Tales of the Flying Tigers
Five Books about the American Volunteer Group, Mercenary Heroes of Burma and China
"What God abandoned, these defended / And saved the sum of things for pay."
In the bleak winter of 1941-1942, no American or British force could stem the tide in Southeast Asia, as the Philippines, Thailand, Malaya, and Singapore fell to the victorious Japanese. Only in Burma was there a ray of hope. There, over beleaguered Rangoon, a few dozen Americans clawed Japanese warplanes from the sky for a cash bounty from the Chinese government. Wearing mismatched uniforms, with Chinese insignia, and flying cast-off fighter planes, they did what no other air force seemed able to do, and won immortality as the Flying Tigers.
Daniel Ford wrote "the definitive history" of the American Volunteer Group, as it was formally known. Here, he has collected five e-books about the Flying Tigers into an omnibus that details the AVG's planes, pilots, and history as remembered in the United States and in Japan. An essential collection for every admirer of the Flying Tigers.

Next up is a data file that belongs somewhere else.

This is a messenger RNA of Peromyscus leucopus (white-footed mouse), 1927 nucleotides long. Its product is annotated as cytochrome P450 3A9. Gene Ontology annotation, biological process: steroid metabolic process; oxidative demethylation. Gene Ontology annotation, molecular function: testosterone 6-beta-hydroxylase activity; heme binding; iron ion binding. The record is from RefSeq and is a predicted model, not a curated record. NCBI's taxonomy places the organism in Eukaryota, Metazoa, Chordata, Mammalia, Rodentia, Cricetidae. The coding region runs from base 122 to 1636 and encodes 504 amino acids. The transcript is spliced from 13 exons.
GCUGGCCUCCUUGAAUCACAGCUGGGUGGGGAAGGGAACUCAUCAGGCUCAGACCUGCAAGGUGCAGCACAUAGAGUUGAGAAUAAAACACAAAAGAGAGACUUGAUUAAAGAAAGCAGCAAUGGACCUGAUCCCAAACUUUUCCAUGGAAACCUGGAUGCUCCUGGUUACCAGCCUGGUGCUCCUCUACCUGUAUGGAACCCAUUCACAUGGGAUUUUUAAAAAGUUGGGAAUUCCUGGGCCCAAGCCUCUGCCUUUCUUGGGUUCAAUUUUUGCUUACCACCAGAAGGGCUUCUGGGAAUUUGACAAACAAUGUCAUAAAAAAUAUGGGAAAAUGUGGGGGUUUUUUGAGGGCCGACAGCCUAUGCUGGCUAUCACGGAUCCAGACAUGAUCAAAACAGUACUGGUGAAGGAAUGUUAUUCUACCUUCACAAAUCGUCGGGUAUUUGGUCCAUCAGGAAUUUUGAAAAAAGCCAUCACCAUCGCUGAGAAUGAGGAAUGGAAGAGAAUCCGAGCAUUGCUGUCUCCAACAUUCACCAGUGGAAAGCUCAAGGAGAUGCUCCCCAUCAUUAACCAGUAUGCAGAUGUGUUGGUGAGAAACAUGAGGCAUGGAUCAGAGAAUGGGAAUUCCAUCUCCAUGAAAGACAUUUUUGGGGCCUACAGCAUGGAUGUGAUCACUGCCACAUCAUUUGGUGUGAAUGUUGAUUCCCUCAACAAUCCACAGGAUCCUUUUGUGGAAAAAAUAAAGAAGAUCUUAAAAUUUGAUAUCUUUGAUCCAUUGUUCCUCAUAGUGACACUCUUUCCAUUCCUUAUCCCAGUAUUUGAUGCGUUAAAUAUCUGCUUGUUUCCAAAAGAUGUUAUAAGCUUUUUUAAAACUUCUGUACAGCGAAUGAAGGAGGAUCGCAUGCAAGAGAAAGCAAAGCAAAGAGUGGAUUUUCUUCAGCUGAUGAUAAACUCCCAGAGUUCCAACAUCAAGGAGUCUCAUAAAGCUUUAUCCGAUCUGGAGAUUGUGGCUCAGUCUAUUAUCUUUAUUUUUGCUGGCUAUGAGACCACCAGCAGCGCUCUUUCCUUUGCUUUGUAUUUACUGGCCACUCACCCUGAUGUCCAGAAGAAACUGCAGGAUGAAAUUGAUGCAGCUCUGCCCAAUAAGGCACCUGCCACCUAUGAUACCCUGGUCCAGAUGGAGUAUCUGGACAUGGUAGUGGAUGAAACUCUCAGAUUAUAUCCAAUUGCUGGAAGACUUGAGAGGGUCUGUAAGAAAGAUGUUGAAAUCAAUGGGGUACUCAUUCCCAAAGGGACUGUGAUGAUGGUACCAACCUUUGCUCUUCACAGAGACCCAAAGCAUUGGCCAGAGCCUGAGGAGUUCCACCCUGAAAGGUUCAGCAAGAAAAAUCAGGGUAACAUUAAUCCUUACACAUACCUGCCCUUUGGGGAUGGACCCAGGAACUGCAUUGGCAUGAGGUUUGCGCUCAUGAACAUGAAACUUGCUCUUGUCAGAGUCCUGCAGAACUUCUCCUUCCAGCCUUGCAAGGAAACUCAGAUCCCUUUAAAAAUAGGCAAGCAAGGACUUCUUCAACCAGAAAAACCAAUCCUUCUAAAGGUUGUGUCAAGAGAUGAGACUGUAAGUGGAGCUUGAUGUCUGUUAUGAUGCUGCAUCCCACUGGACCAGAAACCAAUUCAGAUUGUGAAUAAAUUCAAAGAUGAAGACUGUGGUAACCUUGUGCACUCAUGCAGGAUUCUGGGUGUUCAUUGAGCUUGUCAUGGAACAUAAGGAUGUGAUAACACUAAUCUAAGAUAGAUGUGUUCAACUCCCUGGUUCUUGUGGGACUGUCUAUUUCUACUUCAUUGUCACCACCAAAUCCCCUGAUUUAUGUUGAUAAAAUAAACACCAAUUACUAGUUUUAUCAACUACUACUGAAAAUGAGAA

"The AVG's first encounter with the Japanese Air Force over Kunming, China, on 20 December 1941 is often written about. The version Dan Ford presents here is probablythe most complete picture extant." (First Blood for the Flying Tigers)
"I can wholeheartedly recommend his work to anyone desiring insight into the early years of the JAAF" (Rising Sun Over Burma)
"Very well written and full of new information about a fascinating time in our history" (100 Hawks for China)
"A unique insight into how the Japanese appeared to the pilots meeting them, and how the AVG learned to deal with them" (AVG Confidential)